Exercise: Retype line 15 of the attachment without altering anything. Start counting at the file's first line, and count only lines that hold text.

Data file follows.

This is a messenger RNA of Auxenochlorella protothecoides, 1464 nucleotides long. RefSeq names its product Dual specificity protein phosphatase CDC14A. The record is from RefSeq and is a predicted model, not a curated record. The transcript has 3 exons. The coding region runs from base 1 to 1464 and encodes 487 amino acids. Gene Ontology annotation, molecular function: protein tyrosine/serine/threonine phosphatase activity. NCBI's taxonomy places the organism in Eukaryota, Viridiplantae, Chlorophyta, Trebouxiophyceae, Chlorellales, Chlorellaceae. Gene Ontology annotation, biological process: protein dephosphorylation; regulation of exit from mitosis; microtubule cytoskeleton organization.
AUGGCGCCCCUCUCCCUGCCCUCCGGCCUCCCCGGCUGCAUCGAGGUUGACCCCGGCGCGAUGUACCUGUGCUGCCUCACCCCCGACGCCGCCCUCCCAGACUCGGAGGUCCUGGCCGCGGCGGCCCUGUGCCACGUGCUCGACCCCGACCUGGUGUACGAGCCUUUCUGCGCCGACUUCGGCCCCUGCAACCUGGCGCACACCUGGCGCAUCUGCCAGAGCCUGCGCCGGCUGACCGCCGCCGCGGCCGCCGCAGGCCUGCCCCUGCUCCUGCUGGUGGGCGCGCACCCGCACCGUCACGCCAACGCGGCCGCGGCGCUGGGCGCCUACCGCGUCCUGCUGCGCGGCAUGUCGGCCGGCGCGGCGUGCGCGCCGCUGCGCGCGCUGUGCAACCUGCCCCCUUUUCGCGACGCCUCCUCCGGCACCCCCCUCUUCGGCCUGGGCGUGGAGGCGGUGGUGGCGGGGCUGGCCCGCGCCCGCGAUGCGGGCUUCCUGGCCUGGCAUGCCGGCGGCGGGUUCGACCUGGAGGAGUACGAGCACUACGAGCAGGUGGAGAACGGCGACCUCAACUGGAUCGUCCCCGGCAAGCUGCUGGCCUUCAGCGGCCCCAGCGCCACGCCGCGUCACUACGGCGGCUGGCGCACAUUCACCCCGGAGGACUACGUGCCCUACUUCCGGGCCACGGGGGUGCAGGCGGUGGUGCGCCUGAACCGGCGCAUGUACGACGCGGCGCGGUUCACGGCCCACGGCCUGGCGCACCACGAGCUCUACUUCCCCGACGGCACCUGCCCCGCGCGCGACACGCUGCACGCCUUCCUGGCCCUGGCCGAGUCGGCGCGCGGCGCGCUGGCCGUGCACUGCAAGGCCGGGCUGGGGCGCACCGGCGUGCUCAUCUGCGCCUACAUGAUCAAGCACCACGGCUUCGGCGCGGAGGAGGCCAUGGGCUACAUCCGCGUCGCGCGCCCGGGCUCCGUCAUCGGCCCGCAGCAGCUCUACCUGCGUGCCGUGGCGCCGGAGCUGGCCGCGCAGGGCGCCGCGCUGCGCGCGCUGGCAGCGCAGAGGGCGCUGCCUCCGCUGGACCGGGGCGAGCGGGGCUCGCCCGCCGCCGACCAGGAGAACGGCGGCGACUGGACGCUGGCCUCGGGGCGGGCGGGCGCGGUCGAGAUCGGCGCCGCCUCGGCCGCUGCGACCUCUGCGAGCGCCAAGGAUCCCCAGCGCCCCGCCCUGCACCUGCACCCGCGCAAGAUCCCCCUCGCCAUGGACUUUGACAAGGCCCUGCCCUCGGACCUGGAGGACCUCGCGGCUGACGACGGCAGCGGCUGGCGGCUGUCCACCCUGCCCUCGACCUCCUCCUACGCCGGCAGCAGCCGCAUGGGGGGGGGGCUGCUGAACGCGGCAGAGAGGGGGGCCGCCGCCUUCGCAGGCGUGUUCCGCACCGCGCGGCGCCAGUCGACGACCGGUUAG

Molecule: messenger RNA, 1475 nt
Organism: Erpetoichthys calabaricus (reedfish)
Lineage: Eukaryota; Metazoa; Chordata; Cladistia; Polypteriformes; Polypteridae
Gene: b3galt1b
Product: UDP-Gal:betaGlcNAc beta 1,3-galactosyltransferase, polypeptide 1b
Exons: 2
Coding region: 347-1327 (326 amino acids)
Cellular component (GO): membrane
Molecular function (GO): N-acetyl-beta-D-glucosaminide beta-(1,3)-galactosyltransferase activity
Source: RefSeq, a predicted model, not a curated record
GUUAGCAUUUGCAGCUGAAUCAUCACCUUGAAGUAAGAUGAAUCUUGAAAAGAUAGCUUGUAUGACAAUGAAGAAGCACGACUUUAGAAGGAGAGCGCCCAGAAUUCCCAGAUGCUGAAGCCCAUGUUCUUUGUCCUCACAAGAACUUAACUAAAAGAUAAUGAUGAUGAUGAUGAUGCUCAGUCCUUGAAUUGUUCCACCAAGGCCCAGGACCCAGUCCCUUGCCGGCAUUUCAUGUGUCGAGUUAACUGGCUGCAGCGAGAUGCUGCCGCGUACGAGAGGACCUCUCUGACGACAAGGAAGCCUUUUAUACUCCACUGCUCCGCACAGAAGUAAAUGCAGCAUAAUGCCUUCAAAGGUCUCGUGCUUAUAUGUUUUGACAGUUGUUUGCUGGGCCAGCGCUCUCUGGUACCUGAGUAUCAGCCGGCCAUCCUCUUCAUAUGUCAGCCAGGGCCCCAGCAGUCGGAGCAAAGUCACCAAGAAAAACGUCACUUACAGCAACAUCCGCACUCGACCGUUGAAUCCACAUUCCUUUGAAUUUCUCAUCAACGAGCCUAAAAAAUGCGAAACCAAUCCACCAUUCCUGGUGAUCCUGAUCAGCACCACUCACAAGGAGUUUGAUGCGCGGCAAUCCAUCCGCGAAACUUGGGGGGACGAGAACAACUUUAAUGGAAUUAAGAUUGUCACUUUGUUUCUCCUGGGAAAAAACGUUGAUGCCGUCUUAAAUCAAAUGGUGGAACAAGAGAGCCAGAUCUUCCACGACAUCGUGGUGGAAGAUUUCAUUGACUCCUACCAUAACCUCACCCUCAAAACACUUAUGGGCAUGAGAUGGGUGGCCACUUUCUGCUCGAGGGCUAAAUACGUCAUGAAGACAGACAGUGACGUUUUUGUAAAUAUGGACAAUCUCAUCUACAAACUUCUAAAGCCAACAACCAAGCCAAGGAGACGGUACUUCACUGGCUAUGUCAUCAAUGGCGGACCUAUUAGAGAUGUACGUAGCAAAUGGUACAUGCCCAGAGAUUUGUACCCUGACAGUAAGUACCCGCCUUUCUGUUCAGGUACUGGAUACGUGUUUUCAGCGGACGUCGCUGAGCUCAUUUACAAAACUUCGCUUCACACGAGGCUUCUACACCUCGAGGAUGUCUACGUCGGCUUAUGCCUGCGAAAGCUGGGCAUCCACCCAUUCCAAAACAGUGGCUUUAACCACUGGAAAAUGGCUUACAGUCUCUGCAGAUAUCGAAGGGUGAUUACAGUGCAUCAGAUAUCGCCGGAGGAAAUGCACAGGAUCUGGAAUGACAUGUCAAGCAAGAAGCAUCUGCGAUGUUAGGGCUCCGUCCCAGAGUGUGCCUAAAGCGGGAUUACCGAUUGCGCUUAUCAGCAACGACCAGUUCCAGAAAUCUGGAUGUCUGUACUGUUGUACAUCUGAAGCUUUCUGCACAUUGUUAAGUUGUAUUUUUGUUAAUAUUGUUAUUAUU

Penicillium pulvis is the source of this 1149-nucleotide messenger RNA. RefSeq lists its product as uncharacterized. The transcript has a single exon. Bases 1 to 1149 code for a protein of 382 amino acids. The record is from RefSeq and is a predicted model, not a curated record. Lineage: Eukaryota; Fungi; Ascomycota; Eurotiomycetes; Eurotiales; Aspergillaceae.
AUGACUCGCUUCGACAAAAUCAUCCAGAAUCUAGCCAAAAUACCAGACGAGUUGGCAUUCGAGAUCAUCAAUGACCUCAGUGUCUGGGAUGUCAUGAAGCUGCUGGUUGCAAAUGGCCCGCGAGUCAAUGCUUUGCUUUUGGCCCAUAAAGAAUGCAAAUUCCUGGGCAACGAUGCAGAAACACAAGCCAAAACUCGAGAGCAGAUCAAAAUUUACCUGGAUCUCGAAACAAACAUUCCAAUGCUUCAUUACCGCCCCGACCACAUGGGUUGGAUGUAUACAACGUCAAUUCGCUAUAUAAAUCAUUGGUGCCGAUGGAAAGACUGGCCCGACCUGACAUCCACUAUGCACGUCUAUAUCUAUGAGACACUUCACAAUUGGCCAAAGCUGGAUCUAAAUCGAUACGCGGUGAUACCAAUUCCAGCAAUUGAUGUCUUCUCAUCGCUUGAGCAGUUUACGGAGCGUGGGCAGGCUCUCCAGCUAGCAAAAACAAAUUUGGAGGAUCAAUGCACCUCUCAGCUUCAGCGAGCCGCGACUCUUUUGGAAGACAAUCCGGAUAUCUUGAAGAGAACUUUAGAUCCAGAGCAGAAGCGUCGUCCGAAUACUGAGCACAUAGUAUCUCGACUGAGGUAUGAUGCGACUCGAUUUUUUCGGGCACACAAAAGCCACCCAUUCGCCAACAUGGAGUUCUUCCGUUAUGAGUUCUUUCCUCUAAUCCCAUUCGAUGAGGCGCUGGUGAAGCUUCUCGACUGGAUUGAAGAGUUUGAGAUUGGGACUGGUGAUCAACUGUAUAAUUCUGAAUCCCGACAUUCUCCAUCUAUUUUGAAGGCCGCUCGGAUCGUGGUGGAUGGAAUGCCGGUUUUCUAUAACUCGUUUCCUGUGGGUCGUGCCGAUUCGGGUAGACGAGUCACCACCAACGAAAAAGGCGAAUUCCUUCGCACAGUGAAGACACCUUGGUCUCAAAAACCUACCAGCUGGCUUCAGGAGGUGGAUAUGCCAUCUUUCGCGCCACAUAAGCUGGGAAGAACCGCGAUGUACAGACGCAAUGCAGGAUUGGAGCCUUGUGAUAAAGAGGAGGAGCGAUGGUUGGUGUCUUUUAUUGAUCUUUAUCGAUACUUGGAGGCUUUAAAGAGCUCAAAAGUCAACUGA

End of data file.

AUGACUCGCUUCGACAAAAUCAUCCAGAAUCUAGCCAAAAUACCAGACGAGUUGGCAUUCGAGAUCAUCAAUGACCUCAGUGUCUGGGAUGUCAUGAAGCUGCUGGUUGCAAAUGGCCCGCGAGUCAAUGCUUUGCUUUUGGCCCAUAAAGAAUGCAAAUUCCUGGGCAACGAUGCAGAAACACAAGCCAAAACUCGAGAGCAGAUCAAAAUUUACCUGGAUCUCGAAACAAACAUUCCAAUGCUUCAUUACCGCCCCGACCACAUGGGUUGGAUGUAUACAACGUCAAUUCGCUAUAUAAAUCAUUGGUGCCGAUGGAAAGACUGGCCCGACCUGACAUCCACUAUGCACGUCUAUAUCUAUGAGACACUUCACAAUUGGCCAAAGCUGGAUCUAAAUCGAUACGCGGUGAUACCAAUUCCAGCAAUUGAUGUCUUCUCAUCGCUUGAGCAGUUUACGGAGCGUGGGCAGGCUCUCCAGCUAGCAAAAACAAAUUUGGAGGAUCAAUGCACCUCUCAGCUUCAGCGAGCCGCGACUCUUUUGGAAGACAAUCCGGAUAUCUUGAAGAGAACUUUAGAUCCAGAGCAGAAGCGUCGUCCGAAUACUGAGCACAUAGUAUCUCGACUGAGGUAUGAUGCGACUCGAUUUUUUCGGGCACACAAAAGCCACCCAUUCGCCAACAUGGAGUUCUUCCGUUAUGAGUUCUUUCCUCUAAUCCCAUUCGAUGAGGCGCUGGUGAAGCUUCUCGACUGGAUUGAAGAGUUUGAGAUUGGGACUGGUGAUCAACUGUAUAAUUCUGAAUCCCGACAUUCUCCAUCUAUUUUGAAGGCCGCUCGGAUCGUGGUGGAUGGAAUGCCGGUUUUCUAUAACUCGUUUCCUGUGGGUCGUGCCGAUUCGGGUAGACGAGUCACCACCAACGAAAAAGGCGAAUUCCUUCGCACAGUGAAGACACCUUGGUCUCAAAAACCUACCAGCUGGCUUCAGGAGGUGGAUAUGCCAUCUUUCGCGCCACAUAAGCUGGGAAGAACCGCGAUGUACAGACGCAAUGCAGGAUUGGAGCCUUGUGAUAAAGAGGAGGAGCGAUGGUUGGUGUCUUUUAUUGAUCUUUAUCGAUACUUGGAGGCUUUAAAGAGCUCAAAAGUCAACUGA